The past five years have been tough. Actually, tough is a soft word, and there are many I could (and should) use but perhaps not on this platform.
Each Christmas we spent with my daughter, and Anorexia, was nerve wracking, heartbreaking, and just bloody hard. I’m not going to sugar coat it. Invariably she was discharged from hospital near or on Christmas Day, to spend the day with immediate and extended family; we were on edge, and just doing the best we could.
What I learned…and some advice for the not-so-faint hearted
I learned a few things about how to cope with big ‘events’ like Christmas Day… and they had almost nothing to do with food.
- Revise your expectations. Reframe the moment. This is particularly hard if, like me, you are a true Christmas nut (pardon this pun) but it helps to keep expectations low.
- Talk to your child, partner, loved one in the lead up and validate the way they are feeling..and talk them through what will happen on the day so there are no surprises.
- Try to keep the routine as simple and regular as possible. This is difficult, but if it’s 6 meals a day on a regular day, at the dining table, with crosswords and distraction fidget toys, then that’s what it is on Christmas Eve, Christmas Day, or whatever the event may be.
- Give everyone in the immediate, and extended family a pre-event team talk. Focus on what will make the day easier for your child / partner / loved one and focus on making sure everyone is aware of helpful language to use. What to say… and what not to say.
- Focus on the rest of your family. You’ll read lots about focusing on yourself, but I personally found that if I tried to take time for myself, or focus on me, it made me infinitely sadder because I kept thinking about the past, and what wasn’t happening this year.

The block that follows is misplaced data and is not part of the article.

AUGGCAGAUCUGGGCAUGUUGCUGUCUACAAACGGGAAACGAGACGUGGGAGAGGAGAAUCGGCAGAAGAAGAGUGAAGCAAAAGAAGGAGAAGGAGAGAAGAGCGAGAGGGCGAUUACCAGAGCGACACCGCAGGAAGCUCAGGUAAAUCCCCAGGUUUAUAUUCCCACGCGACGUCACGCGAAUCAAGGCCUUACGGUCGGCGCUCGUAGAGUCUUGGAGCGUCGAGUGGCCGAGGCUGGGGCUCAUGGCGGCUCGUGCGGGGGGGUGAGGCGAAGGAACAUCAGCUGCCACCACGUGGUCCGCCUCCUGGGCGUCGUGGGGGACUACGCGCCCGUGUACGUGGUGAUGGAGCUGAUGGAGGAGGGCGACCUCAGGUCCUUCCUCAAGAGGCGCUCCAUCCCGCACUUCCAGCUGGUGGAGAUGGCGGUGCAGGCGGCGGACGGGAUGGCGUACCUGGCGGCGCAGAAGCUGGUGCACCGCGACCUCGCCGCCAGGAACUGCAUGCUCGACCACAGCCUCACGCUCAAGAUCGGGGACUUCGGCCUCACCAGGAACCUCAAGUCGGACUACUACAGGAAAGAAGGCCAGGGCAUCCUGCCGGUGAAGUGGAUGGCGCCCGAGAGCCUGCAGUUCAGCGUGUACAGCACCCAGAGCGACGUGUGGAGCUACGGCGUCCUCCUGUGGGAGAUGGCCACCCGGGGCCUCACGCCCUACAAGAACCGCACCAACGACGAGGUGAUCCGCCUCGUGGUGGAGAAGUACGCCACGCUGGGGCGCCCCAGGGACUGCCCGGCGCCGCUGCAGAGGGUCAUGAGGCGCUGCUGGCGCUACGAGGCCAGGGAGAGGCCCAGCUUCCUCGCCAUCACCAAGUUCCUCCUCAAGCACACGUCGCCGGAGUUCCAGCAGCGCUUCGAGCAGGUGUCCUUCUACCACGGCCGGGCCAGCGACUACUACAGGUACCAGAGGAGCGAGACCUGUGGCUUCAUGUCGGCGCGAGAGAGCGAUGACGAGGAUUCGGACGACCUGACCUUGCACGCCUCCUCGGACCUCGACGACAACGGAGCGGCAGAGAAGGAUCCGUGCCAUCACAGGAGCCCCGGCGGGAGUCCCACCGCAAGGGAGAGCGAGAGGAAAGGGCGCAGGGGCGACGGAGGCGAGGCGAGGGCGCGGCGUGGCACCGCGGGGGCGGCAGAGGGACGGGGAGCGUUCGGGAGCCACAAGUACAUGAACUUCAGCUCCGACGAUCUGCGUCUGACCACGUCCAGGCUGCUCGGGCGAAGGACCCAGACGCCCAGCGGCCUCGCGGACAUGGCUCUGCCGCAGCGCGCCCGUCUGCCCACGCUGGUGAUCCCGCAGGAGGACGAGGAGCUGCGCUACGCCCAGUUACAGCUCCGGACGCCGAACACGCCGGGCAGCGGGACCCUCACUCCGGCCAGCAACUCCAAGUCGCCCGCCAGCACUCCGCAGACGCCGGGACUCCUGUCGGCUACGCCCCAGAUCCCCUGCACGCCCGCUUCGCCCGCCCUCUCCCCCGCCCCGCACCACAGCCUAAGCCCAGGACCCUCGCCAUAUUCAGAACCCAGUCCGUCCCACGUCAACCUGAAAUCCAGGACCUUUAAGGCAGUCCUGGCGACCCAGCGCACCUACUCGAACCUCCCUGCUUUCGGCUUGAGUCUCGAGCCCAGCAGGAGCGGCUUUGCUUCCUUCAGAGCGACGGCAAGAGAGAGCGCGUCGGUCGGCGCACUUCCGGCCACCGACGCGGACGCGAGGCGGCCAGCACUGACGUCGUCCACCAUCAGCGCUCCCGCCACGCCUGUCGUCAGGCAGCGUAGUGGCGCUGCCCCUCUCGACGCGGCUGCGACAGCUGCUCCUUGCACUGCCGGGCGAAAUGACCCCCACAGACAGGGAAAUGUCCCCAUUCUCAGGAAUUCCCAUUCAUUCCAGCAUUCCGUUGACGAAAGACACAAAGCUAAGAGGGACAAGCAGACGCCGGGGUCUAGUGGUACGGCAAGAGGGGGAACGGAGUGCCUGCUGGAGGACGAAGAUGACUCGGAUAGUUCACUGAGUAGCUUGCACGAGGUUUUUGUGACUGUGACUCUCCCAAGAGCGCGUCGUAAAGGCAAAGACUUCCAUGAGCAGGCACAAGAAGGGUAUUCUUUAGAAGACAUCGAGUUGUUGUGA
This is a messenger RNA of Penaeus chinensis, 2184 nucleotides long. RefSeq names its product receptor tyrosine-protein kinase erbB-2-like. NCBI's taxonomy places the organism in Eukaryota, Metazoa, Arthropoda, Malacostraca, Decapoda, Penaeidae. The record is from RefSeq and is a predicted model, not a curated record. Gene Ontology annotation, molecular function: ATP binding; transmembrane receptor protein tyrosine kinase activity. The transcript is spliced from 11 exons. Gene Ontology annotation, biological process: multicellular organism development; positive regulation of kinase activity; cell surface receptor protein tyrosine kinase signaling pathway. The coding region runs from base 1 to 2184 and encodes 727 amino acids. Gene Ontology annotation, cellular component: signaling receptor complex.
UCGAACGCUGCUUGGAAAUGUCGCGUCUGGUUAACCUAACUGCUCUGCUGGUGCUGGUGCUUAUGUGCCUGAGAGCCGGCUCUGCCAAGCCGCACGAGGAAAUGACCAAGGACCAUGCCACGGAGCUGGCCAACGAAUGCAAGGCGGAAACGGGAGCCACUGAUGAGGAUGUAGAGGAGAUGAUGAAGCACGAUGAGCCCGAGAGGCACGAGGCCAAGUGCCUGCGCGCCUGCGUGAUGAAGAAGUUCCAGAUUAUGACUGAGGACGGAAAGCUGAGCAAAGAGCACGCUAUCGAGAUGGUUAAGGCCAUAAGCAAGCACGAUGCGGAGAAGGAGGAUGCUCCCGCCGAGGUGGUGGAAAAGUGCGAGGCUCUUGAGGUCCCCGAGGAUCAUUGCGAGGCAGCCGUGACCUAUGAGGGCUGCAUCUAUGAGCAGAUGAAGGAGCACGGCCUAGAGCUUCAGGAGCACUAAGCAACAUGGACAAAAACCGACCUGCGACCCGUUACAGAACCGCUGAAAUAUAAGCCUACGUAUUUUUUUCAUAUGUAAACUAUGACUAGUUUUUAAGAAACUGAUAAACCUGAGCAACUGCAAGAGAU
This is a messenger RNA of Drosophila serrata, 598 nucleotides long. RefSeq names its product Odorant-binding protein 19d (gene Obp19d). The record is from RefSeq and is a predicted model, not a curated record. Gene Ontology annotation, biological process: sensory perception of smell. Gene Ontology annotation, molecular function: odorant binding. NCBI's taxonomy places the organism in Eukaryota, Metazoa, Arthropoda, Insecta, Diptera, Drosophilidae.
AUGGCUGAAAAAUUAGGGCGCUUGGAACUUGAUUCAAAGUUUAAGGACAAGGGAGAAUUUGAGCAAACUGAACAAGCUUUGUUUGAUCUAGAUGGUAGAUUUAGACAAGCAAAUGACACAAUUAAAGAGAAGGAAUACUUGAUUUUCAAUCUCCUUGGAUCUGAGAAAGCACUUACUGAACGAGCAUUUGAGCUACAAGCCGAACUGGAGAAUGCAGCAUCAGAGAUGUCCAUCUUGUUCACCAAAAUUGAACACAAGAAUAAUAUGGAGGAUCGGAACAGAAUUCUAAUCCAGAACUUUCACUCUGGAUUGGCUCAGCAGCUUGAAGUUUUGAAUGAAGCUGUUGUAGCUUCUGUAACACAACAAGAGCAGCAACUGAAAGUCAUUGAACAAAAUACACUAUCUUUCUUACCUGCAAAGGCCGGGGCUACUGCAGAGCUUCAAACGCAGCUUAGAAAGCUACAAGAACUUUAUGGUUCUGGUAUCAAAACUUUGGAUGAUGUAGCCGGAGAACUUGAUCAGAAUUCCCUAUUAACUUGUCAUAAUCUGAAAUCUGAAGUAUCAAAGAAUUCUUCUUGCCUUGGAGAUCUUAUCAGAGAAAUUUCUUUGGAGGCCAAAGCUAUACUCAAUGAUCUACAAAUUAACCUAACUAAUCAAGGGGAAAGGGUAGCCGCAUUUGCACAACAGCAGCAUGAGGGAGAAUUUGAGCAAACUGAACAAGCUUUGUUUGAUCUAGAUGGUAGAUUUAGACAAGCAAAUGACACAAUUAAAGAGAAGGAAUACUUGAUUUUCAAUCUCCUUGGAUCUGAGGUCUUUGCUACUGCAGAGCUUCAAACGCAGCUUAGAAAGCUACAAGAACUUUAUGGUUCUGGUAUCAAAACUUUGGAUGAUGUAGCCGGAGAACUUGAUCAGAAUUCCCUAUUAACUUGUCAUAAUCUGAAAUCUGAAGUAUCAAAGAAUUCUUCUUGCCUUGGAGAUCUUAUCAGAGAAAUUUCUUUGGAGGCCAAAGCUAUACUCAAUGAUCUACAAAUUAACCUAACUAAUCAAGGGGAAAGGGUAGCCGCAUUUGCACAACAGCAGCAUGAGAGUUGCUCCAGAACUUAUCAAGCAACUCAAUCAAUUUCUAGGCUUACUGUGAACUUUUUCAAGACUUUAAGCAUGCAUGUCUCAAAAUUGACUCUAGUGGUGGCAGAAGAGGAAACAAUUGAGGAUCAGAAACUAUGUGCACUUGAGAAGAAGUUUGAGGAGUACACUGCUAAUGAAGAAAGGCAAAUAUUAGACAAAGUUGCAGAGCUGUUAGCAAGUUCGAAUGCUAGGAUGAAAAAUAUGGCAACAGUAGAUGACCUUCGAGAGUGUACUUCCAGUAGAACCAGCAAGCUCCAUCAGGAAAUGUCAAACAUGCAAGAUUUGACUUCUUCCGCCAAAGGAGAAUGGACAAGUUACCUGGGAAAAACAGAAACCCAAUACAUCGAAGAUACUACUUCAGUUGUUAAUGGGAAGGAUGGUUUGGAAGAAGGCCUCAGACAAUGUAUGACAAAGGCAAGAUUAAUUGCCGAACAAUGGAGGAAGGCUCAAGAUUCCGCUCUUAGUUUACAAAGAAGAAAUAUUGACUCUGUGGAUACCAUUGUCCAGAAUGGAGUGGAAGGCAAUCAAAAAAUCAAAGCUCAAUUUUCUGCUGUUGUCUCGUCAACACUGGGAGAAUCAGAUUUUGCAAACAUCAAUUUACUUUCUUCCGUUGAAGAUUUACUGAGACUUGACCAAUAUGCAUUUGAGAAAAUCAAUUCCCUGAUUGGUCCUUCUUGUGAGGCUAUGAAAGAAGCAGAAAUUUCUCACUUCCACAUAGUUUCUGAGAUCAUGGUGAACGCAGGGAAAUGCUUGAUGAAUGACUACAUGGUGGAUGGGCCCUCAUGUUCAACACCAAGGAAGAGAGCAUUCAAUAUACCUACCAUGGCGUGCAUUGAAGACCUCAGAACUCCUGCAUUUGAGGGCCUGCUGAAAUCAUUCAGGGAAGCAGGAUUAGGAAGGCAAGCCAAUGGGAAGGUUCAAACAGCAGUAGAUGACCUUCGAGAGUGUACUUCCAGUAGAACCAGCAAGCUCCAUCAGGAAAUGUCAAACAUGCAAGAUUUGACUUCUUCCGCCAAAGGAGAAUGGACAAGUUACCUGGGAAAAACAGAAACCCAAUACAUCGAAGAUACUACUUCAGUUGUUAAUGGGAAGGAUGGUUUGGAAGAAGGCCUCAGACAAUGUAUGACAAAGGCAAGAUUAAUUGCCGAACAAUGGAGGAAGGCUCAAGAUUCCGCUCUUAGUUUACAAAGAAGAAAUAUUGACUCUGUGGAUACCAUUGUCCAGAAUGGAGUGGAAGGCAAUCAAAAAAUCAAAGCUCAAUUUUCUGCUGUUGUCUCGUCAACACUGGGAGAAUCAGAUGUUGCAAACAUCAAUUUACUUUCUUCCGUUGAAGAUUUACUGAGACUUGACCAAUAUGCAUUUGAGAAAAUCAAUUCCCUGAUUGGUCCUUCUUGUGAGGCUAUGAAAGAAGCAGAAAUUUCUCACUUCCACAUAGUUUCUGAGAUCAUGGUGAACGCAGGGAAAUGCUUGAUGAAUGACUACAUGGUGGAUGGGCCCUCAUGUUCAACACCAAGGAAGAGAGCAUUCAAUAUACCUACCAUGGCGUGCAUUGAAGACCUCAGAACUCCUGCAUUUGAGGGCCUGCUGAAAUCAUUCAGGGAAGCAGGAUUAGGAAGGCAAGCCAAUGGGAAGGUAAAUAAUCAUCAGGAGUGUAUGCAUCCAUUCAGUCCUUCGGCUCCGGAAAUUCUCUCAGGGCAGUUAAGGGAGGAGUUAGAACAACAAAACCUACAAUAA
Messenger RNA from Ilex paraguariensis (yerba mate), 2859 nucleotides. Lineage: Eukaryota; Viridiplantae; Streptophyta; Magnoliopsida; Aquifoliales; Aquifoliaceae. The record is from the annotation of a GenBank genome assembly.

- Cook. Put the music on loudly, feed and love your family – it helped me in ways I can’t describe.
- Take lots of pictures. I know it goes against everything you feel, but trust me, you’ll barely remember the day (and the holiday period) so take pictures of your family to remind you of who you are.
The whole Christmas period will be challenging and upsetting. It’s okay to cry. I cried lots. More than I care to admit. I cried until I thought there were no more tears left.
In fact, I still cry – the smallest thing will happen and I’m off. It’s okay. It’s cathartic!
Take each moment as it comes - and although it's cliche, practice gratitude
Alongside the fear and anxiety that goes with almost everything about the holiday period, are the little moments we need to be grateful for.
Gratitude can look very different for everyone. Christmas is a good time to reflect, and last year mine felt a little like this.
I felt gratitude when I looked at my husband and knew that if we could get through our daughter’s illness together and intact, we could get through anything. I was grateful for that.
I looked at my Mum and will be eternally grateful that she was able to provide the exact right amount of care and love to my daughter when she was at her most unwell. I will be forever grateful for that.
I look at my two younger children, and am deeply grateful for the bond they developed during those stressful and challenging years. They are now best friends.
And I am grateful for the parenting lessons I have learned. I do believe I am a better parent for having been through this.
So this Christmas Day. If you have an unwelcome guest, remember to breathe, prepare, find joy in the small things, and know that following every Christmas is a new year bringing new possibilities.
Please consider making a donation to EDFA this holiday period to help us continue to support and educate other families impacted by an eating disorder. Make a donation here